The equation for this ratio is quite simple and you have probably already figured it out, but I will still go over it in the next post.

Your business THRIVES on a solid FOUNDATION!

Business Alchemy 101 Lesson 18–Break Even Sales Factor (Application)

Spending money you do not have is very common in our society. Many people every day overextend themselves and then end up chained to a debt that grows and grows with no real hope of breaking free.

The cash flow of a business can be quite similar to this scenario. Quite often, a business owner will be passionate about improving and growing the business and spend money on advertising, equipment or man-power that will indeed grow the business but cannot be afforded by the business.

Though not quite as effective as the Contribution Margin analysis, the Break Even Sales Factor can be used to quickly ascertain a company’s cash position to help make decisions about how, when and how much to spend. Consider it wise to establish a base for spending.

For example, set a Break Even Sales Factor of 110% minimum before any cash can be spent to improve the business. That way, you have a sales goal to push for to budget for those important improvements. In doing this, you will be able to stay out of debt and continue to build your business with fewer stresses.

Your business THRIVES on a solid FOUNDATION!

Business Alchemy 101 Lesson 18–Break Even Sales Factor (Part Two)

The equation for this ratio is quite simple and here it is:

(Gross Profit/Total Expenses) X 100 = Break Even (as a percentage)

So to understand the results, we refer back to the article on Understanding Ratios. We want the Gross Profit to win, but we are viewing the ratio from the Expenses point-of-view.

This means that if we have a number higher than one hundred, then each dollar of expenses has to wipe out more than one dollar of gross profit, which means we are doing well. If the number is below one hundred, then each dollar of expense is wiping out more than one dollar of gross profit and we will not be seeing any net profit at the end of the day.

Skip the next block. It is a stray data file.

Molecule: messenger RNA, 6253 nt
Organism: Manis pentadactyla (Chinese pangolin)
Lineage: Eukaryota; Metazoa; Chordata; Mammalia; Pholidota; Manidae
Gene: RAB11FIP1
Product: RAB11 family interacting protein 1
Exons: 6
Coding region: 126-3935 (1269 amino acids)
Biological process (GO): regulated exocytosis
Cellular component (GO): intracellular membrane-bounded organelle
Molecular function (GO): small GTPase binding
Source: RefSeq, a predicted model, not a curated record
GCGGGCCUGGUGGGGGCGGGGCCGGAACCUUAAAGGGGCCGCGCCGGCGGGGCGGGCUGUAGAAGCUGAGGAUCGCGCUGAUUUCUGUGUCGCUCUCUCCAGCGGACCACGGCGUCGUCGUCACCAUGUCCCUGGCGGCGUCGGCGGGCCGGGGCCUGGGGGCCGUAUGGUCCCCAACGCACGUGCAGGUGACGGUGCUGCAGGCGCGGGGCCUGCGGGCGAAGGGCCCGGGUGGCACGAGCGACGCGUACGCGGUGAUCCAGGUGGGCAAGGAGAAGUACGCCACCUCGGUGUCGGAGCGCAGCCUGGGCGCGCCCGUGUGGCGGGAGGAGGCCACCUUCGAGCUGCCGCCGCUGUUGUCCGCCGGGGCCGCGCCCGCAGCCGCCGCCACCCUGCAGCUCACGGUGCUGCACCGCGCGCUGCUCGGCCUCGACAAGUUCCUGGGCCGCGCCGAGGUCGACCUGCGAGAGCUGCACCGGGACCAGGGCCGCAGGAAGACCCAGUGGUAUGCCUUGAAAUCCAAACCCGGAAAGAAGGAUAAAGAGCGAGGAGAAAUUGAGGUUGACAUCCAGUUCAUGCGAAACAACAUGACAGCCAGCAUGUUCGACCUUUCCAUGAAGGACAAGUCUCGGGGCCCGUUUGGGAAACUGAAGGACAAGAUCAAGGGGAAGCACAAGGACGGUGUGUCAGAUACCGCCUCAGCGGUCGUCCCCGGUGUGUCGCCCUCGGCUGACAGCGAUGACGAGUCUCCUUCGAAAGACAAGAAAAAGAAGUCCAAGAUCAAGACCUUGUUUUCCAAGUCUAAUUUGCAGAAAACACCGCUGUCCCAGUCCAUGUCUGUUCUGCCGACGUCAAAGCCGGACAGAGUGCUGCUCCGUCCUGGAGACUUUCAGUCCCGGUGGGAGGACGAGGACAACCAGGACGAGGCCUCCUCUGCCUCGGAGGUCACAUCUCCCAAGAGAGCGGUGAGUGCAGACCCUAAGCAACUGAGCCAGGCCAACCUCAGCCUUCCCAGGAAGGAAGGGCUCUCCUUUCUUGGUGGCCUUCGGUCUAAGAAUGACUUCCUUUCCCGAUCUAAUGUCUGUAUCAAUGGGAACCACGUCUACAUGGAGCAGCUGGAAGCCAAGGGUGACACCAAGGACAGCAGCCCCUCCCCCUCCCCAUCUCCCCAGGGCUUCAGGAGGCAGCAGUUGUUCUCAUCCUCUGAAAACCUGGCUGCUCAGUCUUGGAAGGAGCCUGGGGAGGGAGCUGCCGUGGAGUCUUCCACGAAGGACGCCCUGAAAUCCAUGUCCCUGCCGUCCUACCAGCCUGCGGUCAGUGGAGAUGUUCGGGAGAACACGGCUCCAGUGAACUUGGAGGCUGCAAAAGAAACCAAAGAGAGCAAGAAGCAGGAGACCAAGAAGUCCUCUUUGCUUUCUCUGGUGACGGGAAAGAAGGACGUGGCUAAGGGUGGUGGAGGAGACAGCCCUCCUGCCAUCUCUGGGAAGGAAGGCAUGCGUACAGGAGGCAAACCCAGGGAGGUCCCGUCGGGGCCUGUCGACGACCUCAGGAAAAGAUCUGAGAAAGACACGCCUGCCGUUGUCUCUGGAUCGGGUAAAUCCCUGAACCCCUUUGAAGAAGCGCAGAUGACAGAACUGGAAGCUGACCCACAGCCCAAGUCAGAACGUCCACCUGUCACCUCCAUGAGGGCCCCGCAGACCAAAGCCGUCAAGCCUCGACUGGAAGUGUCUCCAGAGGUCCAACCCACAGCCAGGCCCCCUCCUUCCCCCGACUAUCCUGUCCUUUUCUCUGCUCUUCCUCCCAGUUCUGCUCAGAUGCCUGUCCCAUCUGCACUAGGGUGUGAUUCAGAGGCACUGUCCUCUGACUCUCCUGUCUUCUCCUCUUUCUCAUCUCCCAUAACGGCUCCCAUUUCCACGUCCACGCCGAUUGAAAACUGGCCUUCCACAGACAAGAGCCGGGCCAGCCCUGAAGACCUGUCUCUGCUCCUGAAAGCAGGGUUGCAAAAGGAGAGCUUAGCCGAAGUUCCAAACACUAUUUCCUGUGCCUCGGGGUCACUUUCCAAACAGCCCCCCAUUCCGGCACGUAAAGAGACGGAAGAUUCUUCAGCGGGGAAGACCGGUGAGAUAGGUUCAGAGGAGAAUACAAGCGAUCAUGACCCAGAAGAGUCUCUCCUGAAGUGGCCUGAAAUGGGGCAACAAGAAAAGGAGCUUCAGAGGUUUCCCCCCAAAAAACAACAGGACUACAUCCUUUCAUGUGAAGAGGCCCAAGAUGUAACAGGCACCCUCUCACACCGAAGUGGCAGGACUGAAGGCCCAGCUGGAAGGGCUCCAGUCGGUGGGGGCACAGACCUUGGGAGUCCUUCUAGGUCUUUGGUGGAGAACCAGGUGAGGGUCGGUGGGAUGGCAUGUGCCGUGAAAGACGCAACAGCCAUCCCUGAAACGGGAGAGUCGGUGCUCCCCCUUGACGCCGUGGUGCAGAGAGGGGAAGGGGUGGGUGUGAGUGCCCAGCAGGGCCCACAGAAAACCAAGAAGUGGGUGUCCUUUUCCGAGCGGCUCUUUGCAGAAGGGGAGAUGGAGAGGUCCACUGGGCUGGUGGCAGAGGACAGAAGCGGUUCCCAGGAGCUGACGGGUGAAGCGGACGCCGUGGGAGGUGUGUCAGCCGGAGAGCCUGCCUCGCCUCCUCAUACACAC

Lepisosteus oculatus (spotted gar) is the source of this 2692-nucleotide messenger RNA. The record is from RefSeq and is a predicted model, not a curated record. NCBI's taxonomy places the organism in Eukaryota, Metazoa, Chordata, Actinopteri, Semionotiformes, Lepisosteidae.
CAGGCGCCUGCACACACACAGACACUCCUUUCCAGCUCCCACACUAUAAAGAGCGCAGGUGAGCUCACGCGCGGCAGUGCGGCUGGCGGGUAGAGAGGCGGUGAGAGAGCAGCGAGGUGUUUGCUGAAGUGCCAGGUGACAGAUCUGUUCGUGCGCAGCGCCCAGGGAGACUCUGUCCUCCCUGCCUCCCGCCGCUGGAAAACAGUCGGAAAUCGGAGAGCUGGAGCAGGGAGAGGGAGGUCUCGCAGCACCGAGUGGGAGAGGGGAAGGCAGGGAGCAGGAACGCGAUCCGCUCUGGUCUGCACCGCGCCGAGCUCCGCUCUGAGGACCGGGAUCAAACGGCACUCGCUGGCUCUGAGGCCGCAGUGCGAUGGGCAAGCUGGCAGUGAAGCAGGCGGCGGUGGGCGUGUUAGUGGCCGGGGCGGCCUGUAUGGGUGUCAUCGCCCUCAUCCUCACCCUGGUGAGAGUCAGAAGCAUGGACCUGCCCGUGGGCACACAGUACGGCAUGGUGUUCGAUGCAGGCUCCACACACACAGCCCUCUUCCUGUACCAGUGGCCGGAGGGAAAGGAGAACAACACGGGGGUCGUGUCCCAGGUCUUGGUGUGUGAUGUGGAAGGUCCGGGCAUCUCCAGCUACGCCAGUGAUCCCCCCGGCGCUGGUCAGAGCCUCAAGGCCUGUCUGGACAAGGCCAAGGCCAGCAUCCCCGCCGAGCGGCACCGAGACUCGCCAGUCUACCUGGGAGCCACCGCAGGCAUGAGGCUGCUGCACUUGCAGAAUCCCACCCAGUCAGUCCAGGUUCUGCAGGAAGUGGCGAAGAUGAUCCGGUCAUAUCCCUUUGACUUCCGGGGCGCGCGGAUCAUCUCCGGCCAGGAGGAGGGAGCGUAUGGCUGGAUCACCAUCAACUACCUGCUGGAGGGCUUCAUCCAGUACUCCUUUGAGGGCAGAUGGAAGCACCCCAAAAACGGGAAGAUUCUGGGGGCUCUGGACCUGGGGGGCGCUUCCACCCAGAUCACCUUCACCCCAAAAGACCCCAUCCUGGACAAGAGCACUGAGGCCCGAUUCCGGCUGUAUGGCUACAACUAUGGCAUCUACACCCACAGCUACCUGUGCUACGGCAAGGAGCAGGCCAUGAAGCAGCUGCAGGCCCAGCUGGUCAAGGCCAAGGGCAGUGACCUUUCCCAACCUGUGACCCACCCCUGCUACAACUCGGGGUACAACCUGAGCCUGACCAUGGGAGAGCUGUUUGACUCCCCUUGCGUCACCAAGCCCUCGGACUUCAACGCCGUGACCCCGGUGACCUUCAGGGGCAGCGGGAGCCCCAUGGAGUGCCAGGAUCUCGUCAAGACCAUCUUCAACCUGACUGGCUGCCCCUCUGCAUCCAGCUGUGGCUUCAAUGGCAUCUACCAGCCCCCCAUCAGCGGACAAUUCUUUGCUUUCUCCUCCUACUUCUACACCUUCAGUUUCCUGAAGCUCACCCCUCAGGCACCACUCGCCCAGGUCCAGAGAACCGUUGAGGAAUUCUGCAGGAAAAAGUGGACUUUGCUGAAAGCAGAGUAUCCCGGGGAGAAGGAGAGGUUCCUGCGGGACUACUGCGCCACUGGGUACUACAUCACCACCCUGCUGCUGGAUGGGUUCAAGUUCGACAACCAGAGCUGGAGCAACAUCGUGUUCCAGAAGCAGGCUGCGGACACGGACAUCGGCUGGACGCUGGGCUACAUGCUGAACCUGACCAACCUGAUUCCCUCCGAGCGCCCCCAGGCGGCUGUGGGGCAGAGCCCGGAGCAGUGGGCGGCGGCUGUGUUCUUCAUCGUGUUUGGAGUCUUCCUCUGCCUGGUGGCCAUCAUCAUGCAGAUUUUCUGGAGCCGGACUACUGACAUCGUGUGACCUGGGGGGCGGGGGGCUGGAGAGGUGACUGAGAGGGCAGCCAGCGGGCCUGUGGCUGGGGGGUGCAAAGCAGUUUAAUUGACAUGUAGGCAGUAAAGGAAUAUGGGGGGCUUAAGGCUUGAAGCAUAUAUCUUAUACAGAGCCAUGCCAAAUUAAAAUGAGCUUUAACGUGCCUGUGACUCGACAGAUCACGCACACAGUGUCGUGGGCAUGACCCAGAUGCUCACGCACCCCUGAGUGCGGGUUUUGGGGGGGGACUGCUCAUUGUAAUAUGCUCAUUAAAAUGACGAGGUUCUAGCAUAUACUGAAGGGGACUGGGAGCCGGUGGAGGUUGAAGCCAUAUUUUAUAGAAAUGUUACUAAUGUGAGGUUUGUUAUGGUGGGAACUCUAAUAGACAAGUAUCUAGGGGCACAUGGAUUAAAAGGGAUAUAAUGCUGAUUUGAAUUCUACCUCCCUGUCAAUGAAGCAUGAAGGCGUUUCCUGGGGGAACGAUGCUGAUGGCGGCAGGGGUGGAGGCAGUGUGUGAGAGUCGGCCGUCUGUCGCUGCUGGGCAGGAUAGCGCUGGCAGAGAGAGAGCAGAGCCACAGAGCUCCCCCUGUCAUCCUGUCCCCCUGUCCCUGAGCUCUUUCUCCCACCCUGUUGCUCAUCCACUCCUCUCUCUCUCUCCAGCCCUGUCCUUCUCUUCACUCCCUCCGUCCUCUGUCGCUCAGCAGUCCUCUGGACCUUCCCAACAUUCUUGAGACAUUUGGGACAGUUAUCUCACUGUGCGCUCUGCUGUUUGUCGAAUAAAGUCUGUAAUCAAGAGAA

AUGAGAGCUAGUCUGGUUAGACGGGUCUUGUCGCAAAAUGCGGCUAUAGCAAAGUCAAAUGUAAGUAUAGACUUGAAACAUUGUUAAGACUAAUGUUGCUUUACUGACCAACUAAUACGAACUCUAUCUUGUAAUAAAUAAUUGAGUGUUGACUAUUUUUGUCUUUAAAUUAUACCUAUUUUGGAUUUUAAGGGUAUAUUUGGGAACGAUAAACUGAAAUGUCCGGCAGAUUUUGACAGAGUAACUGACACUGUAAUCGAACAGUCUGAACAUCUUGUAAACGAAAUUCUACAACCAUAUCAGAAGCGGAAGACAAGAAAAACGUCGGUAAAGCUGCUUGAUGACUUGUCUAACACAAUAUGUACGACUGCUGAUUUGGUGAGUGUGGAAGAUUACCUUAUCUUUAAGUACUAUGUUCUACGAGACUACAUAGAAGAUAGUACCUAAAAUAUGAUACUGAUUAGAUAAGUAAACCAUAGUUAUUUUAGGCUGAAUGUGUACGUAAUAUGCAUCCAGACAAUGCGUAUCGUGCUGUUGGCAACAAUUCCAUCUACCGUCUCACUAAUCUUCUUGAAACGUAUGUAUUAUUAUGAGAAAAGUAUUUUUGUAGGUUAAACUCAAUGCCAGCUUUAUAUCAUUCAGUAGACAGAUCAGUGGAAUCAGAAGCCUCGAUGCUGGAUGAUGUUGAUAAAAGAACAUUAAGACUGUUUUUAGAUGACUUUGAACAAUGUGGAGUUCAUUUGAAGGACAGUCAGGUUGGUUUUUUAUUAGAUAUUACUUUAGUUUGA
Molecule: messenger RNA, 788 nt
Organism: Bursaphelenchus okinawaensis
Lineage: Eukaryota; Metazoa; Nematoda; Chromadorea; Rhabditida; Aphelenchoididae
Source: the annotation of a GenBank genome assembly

In more technical terms, if the result is higher than 100%, then we are higher than our break-even and adding profit to the company. The total expenses also gives us an idea on how much we need to sell in order to break even.

In the next installment I will go over briefly some applications of this ratio.

Your business THRIVES on a solid FOUNDATION!!!

Business Alchemy 101 Lesson 18–Break Even Sales Factor (Part One)

The Break Even Sales Factor is a very simplified way to find out how much you need to sell in order to turn a profit. The most accurate way to determine this is to use the method discussed under the Contribution Margin topic, but that way takes a lot more work.

To illustrate how this works, pretend I am back in elementary and I bring lunch to school. I have 10 friends that I eat lunch with and we have all agreed to share our treats with each other every day.

One day I have a bag of Goldfish crackers and there are 20 crackers in my bag. I hand out one little cracker to each friend and then there are ten left for me.

However, the next day I have fruit snacks and there are only 8 fruit snacks in my packet, so only 8 of my friends get fruit snacks and I do not get any.

This is how the Break Even Sales Factor works. My friends are all the expenses of my company. The treat is the gross profit of the company (Revenue minus Cost of Goods Sold), and the number of treats left over is the profit I get to eat.

I will go over the equation in the next post.

Your business THRIVES on a solid FOUNDATION!

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Business Alchemy 101 Lesson 17–Deflated Sales Growth (Part Two)

Here is the equation for Deflated Sales Growth:

100 X[ [(Net Sales X (Price Index Last Year/Price Index))-Net Sales Last Year]/               Net Sales Last Year]

The top portion of the equation is asking first to find out what a dollar is worth this year compared to last year. This can be found at http://www.bls.gov/cpi/tables.htm. You want to look up the index number for last year and for this year and you are going to find a ratio (Price Index Last Year/Price Index) which will tell you that the value of a dollar is either more or less than it was last year, and by how much it is different. Continue reading